Dorset conserves 247 more acres for Owl's Head Town Forest


DORSET >> More land has been added to the Owl's Head Town Forest, along with a historic quarry.

With help from the Dorset Conservation Commission and community members who raised $205,000, and $450,000 from United States Forest Service Community Forest & Open Space Program and the Vermont Housing & Conservation Board, the town of Dorset was able to purchase 247 acres near Mt. Aelous on Monday, according to a release from the Vermont Land Trust.

A total of $650,000 was the goal to purchase the land and establish a maintenance fund.

A trailhead and parking area is set to be developed for next summer, but folks can still access trails from Black Rock Lane, Donald Campbell of the Vermont Land Trust said. Future trails go through subdivision lots, so negotiations are in the works.

The purchased conserved three of the first marble quarries in North America including the Gettysburg Quarry, which is famous for supplying headstones for the fallen soldiers of the Battle of Gettysburg in 1863. It opened in the early 1800's for marble production and was revived several times over the years.

The Vermont Housing & Conservation Board, U.S. Forest Service, and Land and Water Conservation Fund supplied grants. Williams College donated $5,000 as part of the initiative to renovate their environmental center and receive a Living Building Challenge certificate. This means that by preserving land elsewhere, it will offset the land on the environmental center, Campbell said. The certification is the highest, most rigorous performance standard.

Trails lead to Gilbert Lookout at Owl's Head Peak, named after Dr. George Holley Gilbert who trekked the land and founded the Dorset Science Club. His grandson Art Gilbert is a strong advocate for the protection of the land, according to the release. George Gilbert published his explorations in "The Dorset Trail" in 1927.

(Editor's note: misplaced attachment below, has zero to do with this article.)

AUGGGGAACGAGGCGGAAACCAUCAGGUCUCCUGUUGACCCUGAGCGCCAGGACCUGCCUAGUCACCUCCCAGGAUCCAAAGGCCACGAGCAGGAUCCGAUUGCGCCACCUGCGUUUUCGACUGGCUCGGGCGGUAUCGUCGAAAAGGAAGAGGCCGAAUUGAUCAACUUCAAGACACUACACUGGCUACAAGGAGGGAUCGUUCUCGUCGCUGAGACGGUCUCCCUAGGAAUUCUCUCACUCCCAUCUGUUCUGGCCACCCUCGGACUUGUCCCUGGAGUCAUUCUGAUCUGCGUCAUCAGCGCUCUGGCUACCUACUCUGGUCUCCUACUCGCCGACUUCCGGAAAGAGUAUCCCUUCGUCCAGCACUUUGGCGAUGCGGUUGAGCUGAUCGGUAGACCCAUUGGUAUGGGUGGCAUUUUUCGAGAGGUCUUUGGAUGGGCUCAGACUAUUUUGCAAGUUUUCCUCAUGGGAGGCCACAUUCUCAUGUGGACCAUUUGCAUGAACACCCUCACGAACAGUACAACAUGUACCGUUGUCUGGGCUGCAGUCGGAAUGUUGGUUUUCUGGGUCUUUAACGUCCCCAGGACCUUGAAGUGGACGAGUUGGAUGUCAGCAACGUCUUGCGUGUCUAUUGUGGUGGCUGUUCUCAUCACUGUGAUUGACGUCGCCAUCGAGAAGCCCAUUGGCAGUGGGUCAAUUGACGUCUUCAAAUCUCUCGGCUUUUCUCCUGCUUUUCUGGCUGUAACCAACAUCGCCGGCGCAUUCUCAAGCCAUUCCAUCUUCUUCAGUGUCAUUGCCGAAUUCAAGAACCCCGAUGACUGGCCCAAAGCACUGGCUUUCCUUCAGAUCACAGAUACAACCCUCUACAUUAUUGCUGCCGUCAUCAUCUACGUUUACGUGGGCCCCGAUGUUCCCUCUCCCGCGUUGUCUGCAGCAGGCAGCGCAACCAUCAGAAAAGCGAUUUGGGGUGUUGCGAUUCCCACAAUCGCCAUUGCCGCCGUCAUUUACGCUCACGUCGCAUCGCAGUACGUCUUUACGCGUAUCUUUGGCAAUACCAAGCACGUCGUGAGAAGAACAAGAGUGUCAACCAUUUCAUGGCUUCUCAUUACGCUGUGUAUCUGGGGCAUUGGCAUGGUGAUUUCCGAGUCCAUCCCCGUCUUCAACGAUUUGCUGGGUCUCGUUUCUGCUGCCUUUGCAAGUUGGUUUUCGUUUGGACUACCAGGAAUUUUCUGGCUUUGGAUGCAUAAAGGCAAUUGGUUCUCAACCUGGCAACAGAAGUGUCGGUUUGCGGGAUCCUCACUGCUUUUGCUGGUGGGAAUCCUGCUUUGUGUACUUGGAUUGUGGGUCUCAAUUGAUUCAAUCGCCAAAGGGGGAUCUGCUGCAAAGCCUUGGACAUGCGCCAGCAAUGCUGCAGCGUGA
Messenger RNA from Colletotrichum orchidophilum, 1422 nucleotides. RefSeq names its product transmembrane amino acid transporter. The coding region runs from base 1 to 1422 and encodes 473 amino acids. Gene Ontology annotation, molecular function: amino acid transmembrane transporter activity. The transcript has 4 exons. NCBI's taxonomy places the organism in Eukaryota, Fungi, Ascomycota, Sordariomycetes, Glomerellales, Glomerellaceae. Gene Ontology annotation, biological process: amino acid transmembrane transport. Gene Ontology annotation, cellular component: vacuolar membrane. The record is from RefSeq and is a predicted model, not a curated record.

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"It's more about public access," he said. "It's an ecologically fascinating property because it's in the Taconic, so it's a big pile of marble, which is completely different from the granite of the Green Mountains. The Taconic tends to make rich soils, so there's rare, threatened and endangered plant species."

These particular plants generated from the limestone in the soil from the marble. It gives life to spreading juniper, yellow lady's slipper, four leaf milkweed and hooker's orchid, for example.

The process had been a long time coming, Campbell said. A number of parcels had been purchased and if the town didn't own them, it wouldn't have the right-of-way. The town already owned the forest land on top of the the peak and the short, steep trail up to the lookout, which has been used since the 1920's.

The property resides next to the Black Rock Nature Preserve and houses the Dry Oak Hickory Hop Hornbeam and Temperate Calcareous Cliff natural communities, according to the conservation proposal by the Dorset Conservation Commission.

"Dorset really spoke up on this one and carried a lot to make it happen. It was very prolonged and complicated," Campbell said, "but it was a great outcome. If you like something enough it's worth the battle."

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—Makayla-Courtney McGeeney can be reached at (802)-447-7567, ext. 118.


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